Sorry readers for not posting for a while, I have been extremely busy building something rather large! Before I post about that, here is a really cool PDF document from TexBrick.com about building large LEGO models using studded techniques.
Building Big (warning its 7.5mb)
I was lucky enough to win a set of 3 48mm Rotacaster multi-directional wheels from a competition held on BotBench. These wheels are built to be compatible with Lego axels.
I have great plans for these wheels but first I thought I would put them through a simple weight test. Now according to the website the wheels can take up to 35KG per wheel however I don’t think the plastic Lego axels can!
I spent around 15 minutes building a rather simple platform to test out the wheels on. 2 of the wheels were directly connected to 2 PF XL motors (1 per wheel). The main point of this test was to see is how much weight a simple layout could move and more importantly turn.
Once I get a rough idea of the basics then I can scale it up for my bigger models using more gearing, more motors or even more wheels. As stated in my previous post, moving heavy weight is my biggest issue when building my robots.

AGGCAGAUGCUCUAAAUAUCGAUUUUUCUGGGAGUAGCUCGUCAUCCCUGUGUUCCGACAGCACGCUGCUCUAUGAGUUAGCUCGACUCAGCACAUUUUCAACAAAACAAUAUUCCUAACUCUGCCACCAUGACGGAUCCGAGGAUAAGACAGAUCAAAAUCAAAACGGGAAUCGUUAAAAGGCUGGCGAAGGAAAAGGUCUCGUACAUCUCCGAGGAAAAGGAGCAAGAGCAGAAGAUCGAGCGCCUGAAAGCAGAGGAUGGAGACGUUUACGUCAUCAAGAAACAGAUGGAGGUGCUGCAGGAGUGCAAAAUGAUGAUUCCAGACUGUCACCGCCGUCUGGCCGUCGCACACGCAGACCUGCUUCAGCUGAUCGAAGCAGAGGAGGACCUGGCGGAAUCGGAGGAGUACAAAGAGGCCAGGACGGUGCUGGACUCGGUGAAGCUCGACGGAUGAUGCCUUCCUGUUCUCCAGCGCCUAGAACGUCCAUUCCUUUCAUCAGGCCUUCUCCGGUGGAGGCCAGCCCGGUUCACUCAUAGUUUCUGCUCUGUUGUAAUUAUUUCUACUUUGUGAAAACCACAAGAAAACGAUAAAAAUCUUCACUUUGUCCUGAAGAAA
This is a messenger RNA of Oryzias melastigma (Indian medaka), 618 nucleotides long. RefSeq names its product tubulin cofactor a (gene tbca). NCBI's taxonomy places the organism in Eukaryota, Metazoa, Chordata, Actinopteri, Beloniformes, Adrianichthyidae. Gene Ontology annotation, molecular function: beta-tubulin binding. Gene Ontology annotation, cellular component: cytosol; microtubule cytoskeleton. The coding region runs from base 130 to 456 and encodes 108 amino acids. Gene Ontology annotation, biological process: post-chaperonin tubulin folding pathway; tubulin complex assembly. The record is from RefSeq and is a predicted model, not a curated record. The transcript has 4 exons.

In my opinion, 2 non geared xl motors moving and turning 12.5 kg of weight is pretty impressive! Maybe I should use them to move my son around the house:)
For more information on these wheels, please visit Rotacaster.
I saw someone make one of these on Eurobricks and was blown away by it. I had never seen one before and instantly wanted to build one however I held off for a bit and worked out how it worked that week while travelling to work. Once it got to Friday night and the wife went out, I decided to see if I could make one without using any online resources. I also decided to make it in studdless technic beams instead of my usual studded build.
2 hours later and here it is! Extremely happy about this especially as it did not take long to build. I actually fancy building one a lot bigger than this. Maybe 2-3 foot round.
While I take the train to London, I have plenty of crazy thinking time and so I think about what I would like to try out. So when I get home I build little simple projects like a 3 speed automatic transmission.
So this works by centrifugal force, the faster the motor turn the yellow thing (will think of a more technical name) the more it expands and pushes the center axle up. This forces the gear changes. The motor is controlled via a RCX as it was part of a display.